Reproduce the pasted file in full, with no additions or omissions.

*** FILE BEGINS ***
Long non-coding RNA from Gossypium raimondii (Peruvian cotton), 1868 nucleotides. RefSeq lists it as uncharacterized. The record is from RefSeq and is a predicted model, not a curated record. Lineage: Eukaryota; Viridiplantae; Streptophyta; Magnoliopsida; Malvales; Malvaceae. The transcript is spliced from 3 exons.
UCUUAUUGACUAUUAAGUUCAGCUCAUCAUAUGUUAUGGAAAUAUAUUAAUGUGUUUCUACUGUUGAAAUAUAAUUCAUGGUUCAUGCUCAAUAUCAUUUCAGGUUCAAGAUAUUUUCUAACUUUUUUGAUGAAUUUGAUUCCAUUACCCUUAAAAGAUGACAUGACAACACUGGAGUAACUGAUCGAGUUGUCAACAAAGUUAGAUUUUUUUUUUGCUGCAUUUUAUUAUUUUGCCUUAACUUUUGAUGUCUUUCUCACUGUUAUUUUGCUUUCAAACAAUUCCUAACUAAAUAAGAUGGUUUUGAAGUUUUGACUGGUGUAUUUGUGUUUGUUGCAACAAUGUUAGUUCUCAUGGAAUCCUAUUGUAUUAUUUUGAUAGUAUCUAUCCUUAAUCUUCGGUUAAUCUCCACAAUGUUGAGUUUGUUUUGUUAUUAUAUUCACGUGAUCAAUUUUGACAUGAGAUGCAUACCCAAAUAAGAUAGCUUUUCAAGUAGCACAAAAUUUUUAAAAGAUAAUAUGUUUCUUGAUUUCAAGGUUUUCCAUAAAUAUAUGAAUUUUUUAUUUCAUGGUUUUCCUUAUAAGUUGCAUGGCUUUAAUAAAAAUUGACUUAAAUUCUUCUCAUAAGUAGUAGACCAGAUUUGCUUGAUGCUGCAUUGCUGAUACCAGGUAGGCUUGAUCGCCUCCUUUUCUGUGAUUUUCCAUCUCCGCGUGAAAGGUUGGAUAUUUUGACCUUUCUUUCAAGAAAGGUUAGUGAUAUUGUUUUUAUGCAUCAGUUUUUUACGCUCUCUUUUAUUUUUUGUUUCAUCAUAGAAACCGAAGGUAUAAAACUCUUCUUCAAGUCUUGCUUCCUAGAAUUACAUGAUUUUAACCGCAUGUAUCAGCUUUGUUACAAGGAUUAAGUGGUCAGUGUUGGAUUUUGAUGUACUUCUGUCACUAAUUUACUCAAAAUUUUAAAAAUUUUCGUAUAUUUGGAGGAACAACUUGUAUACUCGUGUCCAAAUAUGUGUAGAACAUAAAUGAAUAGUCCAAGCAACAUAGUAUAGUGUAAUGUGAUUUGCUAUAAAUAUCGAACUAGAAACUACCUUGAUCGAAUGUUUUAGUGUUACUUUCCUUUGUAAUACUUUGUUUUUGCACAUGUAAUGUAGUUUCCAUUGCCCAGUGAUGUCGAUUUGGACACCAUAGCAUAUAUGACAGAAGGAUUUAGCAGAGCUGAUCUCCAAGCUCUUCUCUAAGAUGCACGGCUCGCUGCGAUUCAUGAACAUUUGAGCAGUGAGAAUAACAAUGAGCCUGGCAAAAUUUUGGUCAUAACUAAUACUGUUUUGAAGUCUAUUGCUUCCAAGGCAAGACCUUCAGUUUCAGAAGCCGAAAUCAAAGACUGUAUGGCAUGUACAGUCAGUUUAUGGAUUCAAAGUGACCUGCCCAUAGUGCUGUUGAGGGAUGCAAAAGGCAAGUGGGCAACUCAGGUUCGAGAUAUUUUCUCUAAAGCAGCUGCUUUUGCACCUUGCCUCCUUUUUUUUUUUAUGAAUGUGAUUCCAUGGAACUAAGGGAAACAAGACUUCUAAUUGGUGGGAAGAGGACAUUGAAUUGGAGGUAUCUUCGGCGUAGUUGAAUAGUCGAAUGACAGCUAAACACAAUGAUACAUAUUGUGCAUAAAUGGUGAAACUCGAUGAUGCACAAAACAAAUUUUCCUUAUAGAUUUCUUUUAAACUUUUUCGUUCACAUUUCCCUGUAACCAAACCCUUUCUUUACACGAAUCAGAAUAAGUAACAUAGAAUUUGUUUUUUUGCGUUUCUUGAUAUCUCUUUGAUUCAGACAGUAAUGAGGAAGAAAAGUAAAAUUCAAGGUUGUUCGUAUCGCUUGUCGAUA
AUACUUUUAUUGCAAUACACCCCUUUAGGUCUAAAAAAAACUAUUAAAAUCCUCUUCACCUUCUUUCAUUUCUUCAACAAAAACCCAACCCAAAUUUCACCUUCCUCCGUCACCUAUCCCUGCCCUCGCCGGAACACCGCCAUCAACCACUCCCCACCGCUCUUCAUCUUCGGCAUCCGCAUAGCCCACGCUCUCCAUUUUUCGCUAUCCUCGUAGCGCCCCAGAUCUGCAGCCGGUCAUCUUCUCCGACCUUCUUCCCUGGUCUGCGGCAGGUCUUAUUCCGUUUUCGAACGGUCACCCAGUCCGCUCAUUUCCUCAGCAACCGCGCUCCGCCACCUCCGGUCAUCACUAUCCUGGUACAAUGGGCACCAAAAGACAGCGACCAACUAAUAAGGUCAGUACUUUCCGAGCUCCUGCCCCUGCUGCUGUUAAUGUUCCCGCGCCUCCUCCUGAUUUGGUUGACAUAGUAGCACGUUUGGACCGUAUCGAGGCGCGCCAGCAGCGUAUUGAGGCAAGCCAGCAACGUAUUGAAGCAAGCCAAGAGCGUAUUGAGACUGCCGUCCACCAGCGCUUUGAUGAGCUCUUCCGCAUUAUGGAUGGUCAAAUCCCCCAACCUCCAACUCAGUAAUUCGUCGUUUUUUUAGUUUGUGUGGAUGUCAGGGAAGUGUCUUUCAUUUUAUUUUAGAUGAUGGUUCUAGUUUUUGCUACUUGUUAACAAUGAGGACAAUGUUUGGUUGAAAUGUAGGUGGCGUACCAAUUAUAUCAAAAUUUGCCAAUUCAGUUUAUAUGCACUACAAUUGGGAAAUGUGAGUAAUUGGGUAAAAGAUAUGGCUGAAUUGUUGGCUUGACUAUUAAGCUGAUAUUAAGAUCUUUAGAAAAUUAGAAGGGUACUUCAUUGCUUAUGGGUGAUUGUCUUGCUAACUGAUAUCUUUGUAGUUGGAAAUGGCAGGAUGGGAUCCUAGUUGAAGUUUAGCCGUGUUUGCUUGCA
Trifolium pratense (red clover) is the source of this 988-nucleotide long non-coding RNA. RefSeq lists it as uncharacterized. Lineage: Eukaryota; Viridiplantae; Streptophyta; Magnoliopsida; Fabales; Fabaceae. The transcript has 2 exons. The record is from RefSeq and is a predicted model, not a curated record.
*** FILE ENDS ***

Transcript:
Long non-coding RNA from Gossypium raimondii (Peruvian cotton), 1868 nucleotides. RefSeq lists it as uncharacterized. The record is from RefSeq and is a predicted model, not a curated record. Lineage: Eukaryota; Viridiplantae; Streptophyta; Magnoliopsida; Malvales; Malvaceae. The transcript is spliced from 3 exons.
UCUUAUUGACUAUUAAGUUCAGCUCAUCAUAUGUUAUGGAAAUAUAUUAAUGUGUUUCUACUGUUGAAAUAUAAUUCAUGGUUCAUGCUCAAUAUCAUUUCAGGUUCAAGAUAUUUUCUAACUUUUUUGAUGAAUUUGAUUCCAUUACCCUUAAAAGAUGACAUGACAACACUGGAGUAACUGAUCGAGUUGUCAACAAAGUUAGAUUUUUUUUUUGCUGCAUUUUAUUAUUUUGCCUUAACUUUUGAUGUCUUUCUCACUGUUAUUUUGCUUUCAAACAAUUCCUAACUAAAUAAGAUGGUUUUGAAGUUUUGACUGGUGUAUUUGUGUUUGUUGCAACAAUGUUAGUUCUCAUGGAAUCCUAUUGUAUUAUUUUGAUAGUAUCUAUCCUUAAUCUUCGGUUAAUCUCCACAAUGUUGAGUUUGUUUUGUUAUUAUAUUCACGUGAUCAAUUUUGACAUGAGAUGCAUACCCAAAUAAGAUAGCUUUUCAAGUAGCACAAAAUUUUUAAAAGAUAAUAUGUUUCUUGAUUUCAAGGUUUUCCAUAAAUAUAUGAAUUUUUUAUUUCAUGGUUUUCCUUAUAAGUUGCAUGGCUUUAAUAAAAAUUGACUUAAAUUCUUCUCAUAAGUAGUAGACCAGAUUUGCUUGAUGCUGCAUUGCUGAUACCAGGUAGGCUUGAUCGCCUCCUUUUCUGUGAUUUUCCAUCUCCGCGUGAAAGGUUGGAUAUUUUGACCUUUCUUUCAAGAAAGGUUAGUGAUAUUGUUUUUAUGCAUCAGUUUUUUACGCUCUCUUUUAUUUUUUGUUUCAUCAUAGAAACCGAAGGUAUAAAACUCUUCUUCAAGUCUUGCUUCCUAGAAUUACAUGAUUUUAACCGCAUGUAUCAGCUUUGUUACAAGGAUUAAGUGGUCAGUGUUGGAUUUUGAUGUACUUCUGUCACUAAUUUACUCAAAAUUUUAAAAAUUUUCGUAUAUUUGGAGGAACAACUUGUAUACUCGUGUCCAAAUAUGUGUAGAACAUAAAUGAAUAGUCCAAGCAACAUAGUAUAGUGUAAUGUGAUUUGCUAUAAAUAUCGAACUAGAAACUACCUUGAUCGAAUGUUUUAGUGUUACUUUCCUUUGUAAUACUUUGUUUUUGCACAUGUAAUGUAGUUUCCAUUGCCCAGUGAUGUCGAUUUGGACACCAUAGCAUAUAUGACAGAAGGAUUUAGCAGAGCUGAUCUCCAAGCUCUUCUCUAAGAUGCACGGCUCGCUGCGAUUCAUGAACAUUUGAGCAGUGAGAAUAACAAUGAGCCUGGCAAAAUUUUGGUCAUAACUAAUACUGUUUUGAAGUCUAUUGCUUCCAAGGCAAGACCUUCAGUUUCAGAAGCCGAAAUCAAAGACUGUAUGGCAUGUACAGUCAGUUUAUGGAUUCAAAGUGACCUGCCCAUAGUGCUGUUGAGGGAUGCAAAAGGCAAGUGGGCAACUCAGGUUCGAGAUAUUUUCUCUAAAGCAGCUGCUUUUGCACCUUGCCUCCUUUUUUUUUUUAUGAAUGUGAUUCCAUGGAACUAAGGGAAACAAGACUUCUAAUUGGUGGGAAGAGGACAUUGAAUUGGAGGUAUCUUCGGCGUAGUUGAAUAGUCGAAUGACAGCUAAACACAAUGAUACAUAUUGUGCAUAAAUGGUGAAACUCGAUGAUGCACAAAACAAAUUUUCCUUAUAGAUUUCUUUUAAACUUUUUCGUUCACAUUUCCCUGUAACCAAACCCUUUCUUUACACGAAUCAGAAUAAGUAACAUAGAAUUUGUUUUUUUGCGUUUCUUGAUAUCUCUUUGAUUCAGACAGUAAUGAGGAAGAAAAGUAAAAUUCAAGGUUGUUCGUAUCGCUUGUCGAUA
AUACUUUUAUUGCAAUACACCCCUUUAGGUCUAAAAAAAACUAUUAAAAUCCUCUUCACCUUCUUUCAUUUCUUCAACAAAAACCCAACCCAAAUUUCACCUUCCUCCGUCACCUAUCCCUGCCCUCGCCGGAACACCGCCAUCAACCACUCCCCACCGCUCUUCAUCUUCGGCAUCCGCAUAGCCCACGCUCUCCAUUUUUCGCUAUCCUCGUAGCGCCCCAGAUCUGCAGCCGGUCAUCUUCUCCGACCUUCUUCCCUGGUCUGCGGCAGGUCUUAUUCCGUUUUCGAACGGUCACCCAGUCCGCUCAUUUCCUCAGCAACCGCGCUCCGCCACCUCCGGUCAUCACUAUCCUGGUACAAUGGGCACCAAAAGACAGCGACCAACUAAUAAGGUCAGUACUUUCCGAGCUCCUGCCCCUGCUGCUGUUAAUGUUCCCGCGCCUCCUCCUGAUUUGGUUGACAUAGUAGCACGUUUGGACCGUAUCGAGGCGCGCCAGCAGCGUAUUGAGGCAAGCCAGCAACGUAUUGAAGCAAGCCAAGAGCGUAUUGAGACUGCCGUCCACCAGCGCUUUGAUGAGCUCUUCCGCAUUAUGGAUGGUCAAAUCCCCCAACCUCCAACUCAGUAAUUCGUCGUUUUUUUAGUUUGUGUGGAUGUCAGGGAAGUGUCUUUCAUUUUAUUUUAGAUGAUGGUUCUAGUUUUUGCUACUUGUUAACAAUGAGGACAAUGUUUGGUUGAAAUGUAGGUGGCGUACCAAUUAUAUCAAAAUUUGCCAAUUCAGUUUAUAUGCACUACAAUUGGGAAAUGUGAGUAAUUGGGUAAAAGAUAUGGCUGAAUUGUUGGCUUGACUAUUAAGCUGAUAUUAAGAUCUUUAGAAAAUUAGAAGGGUACUUCAUUGCUUAUGGGUGAUUGUCUUGCUAACUGAUAUCUUUGUAGUUGGAAAUGGCAGGAUGGGAUCCUAGUUGAAGUUUAGCCGUGUUUGCUUGCA
Trifolium pratense (red clover) is the source of this 988-nucleotide long non-coding RNA. RefSeq lists it as uncharacterized. Lineage: Eukaryota; Viridiplantae; Streptophyta; Magnoliopsida; Fabales; Fabaceae. The transcript has 2 exons. The record is from RefSeq and is a predicted model, not a curated record.